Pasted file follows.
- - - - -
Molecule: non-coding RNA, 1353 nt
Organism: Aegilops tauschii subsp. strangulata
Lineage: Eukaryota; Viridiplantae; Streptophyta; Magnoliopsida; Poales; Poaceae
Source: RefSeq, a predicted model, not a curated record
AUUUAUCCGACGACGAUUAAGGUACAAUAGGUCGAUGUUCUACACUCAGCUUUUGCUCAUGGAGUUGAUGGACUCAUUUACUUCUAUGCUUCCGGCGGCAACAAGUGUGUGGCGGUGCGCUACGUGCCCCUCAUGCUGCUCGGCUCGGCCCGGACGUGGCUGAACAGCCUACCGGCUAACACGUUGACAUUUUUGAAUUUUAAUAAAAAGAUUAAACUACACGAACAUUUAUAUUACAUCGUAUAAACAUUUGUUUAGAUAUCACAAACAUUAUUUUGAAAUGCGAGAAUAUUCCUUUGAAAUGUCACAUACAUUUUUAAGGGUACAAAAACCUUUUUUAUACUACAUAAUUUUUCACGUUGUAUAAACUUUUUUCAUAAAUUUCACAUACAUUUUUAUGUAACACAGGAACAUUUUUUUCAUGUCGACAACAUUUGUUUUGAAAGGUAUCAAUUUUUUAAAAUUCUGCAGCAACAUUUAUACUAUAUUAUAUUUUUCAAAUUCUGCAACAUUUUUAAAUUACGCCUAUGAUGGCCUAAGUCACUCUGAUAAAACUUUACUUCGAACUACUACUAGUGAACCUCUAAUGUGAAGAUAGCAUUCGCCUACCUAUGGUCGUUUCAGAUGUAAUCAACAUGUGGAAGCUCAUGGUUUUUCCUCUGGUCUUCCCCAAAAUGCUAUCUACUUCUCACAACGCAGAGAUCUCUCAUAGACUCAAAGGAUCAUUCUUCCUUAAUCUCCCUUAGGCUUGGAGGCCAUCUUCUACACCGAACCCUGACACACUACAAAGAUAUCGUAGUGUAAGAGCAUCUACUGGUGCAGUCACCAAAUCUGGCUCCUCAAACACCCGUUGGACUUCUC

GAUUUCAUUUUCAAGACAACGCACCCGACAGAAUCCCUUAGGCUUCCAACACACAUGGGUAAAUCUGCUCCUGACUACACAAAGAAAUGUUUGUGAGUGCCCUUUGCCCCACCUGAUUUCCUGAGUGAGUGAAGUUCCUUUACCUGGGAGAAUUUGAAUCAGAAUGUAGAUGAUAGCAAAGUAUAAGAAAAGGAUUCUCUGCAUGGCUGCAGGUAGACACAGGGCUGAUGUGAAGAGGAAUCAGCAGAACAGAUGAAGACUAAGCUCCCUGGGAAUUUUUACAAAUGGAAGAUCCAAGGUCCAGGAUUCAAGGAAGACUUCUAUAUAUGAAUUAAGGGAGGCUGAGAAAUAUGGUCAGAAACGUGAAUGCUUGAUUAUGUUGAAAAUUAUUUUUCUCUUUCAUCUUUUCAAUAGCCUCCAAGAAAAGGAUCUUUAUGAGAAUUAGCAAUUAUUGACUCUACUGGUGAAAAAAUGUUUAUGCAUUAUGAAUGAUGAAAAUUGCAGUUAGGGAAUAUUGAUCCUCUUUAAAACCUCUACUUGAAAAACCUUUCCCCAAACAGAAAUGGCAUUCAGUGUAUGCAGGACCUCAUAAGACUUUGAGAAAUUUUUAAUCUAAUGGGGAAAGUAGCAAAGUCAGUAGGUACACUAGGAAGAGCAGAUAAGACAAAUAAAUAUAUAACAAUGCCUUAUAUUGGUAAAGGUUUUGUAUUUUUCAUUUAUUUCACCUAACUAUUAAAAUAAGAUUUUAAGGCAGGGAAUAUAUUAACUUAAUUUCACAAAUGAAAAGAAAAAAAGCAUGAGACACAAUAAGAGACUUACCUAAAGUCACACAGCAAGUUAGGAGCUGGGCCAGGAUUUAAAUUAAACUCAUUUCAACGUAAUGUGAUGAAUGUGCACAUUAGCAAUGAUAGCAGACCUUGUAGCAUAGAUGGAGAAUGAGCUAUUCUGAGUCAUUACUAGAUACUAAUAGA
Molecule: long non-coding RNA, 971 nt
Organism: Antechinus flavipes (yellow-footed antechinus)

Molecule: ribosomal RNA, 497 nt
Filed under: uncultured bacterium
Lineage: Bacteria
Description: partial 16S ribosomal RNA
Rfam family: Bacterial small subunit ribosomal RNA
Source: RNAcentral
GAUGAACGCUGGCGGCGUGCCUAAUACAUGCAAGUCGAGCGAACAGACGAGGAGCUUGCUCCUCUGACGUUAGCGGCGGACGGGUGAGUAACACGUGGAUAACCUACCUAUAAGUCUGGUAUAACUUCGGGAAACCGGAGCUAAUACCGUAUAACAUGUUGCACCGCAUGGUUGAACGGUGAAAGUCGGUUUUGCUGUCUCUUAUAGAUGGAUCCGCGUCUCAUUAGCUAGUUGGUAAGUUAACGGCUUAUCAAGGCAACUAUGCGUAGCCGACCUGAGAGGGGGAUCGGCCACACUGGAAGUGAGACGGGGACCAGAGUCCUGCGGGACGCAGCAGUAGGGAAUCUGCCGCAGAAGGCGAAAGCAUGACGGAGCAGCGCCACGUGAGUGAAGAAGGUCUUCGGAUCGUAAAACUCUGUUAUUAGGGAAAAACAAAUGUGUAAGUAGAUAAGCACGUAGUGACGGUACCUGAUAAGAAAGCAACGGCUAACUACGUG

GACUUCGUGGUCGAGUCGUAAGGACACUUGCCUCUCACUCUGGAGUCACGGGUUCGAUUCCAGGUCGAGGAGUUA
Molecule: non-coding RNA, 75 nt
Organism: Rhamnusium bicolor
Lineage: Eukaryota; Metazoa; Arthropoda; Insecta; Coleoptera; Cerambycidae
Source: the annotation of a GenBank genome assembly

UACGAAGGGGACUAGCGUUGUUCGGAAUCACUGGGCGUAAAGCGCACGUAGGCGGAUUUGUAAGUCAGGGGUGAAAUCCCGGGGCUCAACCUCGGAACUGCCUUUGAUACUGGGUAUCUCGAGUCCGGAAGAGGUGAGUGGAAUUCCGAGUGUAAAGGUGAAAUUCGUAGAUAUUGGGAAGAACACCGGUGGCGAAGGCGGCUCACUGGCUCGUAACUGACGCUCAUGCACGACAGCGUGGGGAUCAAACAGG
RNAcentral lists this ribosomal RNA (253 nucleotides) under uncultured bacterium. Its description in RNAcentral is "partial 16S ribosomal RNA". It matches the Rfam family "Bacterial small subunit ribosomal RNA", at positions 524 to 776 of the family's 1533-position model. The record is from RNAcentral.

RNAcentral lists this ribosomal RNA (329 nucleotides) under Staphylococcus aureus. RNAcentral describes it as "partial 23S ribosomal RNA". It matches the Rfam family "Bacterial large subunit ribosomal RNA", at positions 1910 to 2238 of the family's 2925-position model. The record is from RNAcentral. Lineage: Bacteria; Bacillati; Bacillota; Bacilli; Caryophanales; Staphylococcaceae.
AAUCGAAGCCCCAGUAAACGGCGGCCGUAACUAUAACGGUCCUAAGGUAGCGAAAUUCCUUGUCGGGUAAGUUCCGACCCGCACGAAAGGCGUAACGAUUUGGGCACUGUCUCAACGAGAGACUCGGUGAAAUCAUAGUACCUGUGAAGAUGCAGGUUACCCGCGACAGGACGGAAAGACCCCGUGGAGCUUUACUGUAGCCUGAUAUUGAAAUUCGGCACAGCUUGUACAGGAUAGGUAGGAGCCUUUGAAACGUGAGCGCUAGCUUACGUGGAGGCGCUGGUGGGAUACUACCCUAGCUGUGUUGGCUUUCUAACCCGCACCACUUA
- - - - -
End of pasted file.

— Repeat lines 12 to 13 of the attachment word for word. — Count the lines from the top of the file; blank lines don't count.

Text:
Description: partial 16S ribosomal RNA
Rfam family: Bacterial small subunit ribosomal RNA